In the final session of the workshop, the moderators of each workshop session identified the major points that emerged during their sessions
This public workshop focused on strategies to facilitate sharing of clinical research data in order to advance scientific knowledge and public health. While the workshop focused on sharing of data from preplanned interventional studies of human subjects, models and projects involving sharing of other clinical data types were considered to the extent that they provided lessons learned and best practices. The workshop objectives were to
• examine the benefits of sharing of clinical research data from all sectors and among these sectors, including, for example:
— benefits to the research and development enterprise and
— benefits to the analysis of safety and efficacy;
• identify barriers and challenges to sharing clinical research data;
• explore strategies to address these barriers and challenges, including identifying priority actions and “low-hanging fruit” opportunities; and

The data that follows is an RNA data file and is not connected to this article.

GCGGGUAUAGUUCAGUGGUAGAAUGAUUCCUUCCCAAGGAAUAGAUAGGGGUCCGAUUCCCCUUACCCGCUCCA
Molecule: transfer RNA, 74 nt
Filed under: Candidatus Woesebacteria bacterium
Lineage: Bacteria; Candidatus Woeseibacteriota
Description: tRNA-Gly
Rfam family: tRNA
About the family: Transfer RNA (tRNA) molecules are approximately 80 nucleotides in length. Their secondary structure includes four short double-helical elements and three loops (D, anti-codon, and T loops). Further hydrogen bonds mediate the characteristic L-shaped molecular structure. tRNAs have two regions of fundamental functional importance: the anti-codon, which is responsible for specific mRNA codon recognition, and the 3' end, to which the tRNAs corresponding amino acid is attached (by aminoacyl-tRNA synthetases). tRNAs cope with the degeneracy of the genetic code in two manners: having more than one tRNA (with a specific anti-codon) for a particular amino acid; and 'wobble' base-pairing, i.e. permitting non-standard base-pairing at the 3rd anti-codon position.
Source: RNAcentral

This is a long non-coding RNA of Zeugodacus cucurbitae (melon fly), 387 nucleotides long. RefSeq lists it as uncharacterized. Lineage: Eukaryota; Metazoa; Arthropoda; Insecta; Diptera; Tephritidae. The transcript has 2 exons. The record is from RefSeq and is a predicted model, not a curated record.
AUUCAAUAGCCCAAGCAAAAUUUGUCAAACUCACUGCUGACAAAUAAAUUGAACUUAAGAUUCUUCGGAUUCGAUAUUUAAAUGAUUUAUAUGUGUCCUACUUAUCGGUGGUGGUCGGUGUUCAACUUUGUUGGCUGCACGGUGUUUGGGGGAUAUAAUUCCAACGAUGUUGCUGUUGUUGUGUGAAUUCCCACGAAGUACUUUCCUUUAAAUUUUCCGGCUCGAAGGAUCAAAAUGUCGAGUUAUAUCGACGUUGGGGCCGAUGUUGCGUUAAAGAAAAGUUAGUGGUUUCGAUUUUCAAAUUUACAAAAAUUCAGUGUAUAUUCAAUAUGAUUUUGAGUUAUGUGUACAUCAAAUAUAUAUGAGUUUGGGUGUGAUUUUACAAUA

• discuss strategies for using these potentially large datasets to facilitate scientific and public health advances.
along with issues that warrant more focused attention. These points are presented in the next section of this first chapter of the workshop summary as an introduction to the themes of the workshop. Chapter 2 of this report summarizes the benefits of sharing clinical research data and suggests why and when increased data sharing can improve both scientific knowledge and public health. Chapter 3 considers the barriers to data sharing and examines changes that could overcome those barriers. Chapter 4 describes different models of data sharing to demonstrate best practices and lessons learned from each project. Chapter 5 looks at the standardization of clinical data, for both data collected in the past and future data collection efforts. Chapter 6 contains a discussion of mechanisms and incentives to enhance data transparency and sharing across all sectors. Chapter 7 concludes this workshop summary by gathering key take-away points from the workshop that were identified by speakers and other participants as a way to highlight and elaborate on next steps for advancing the sharing of clinical trials data.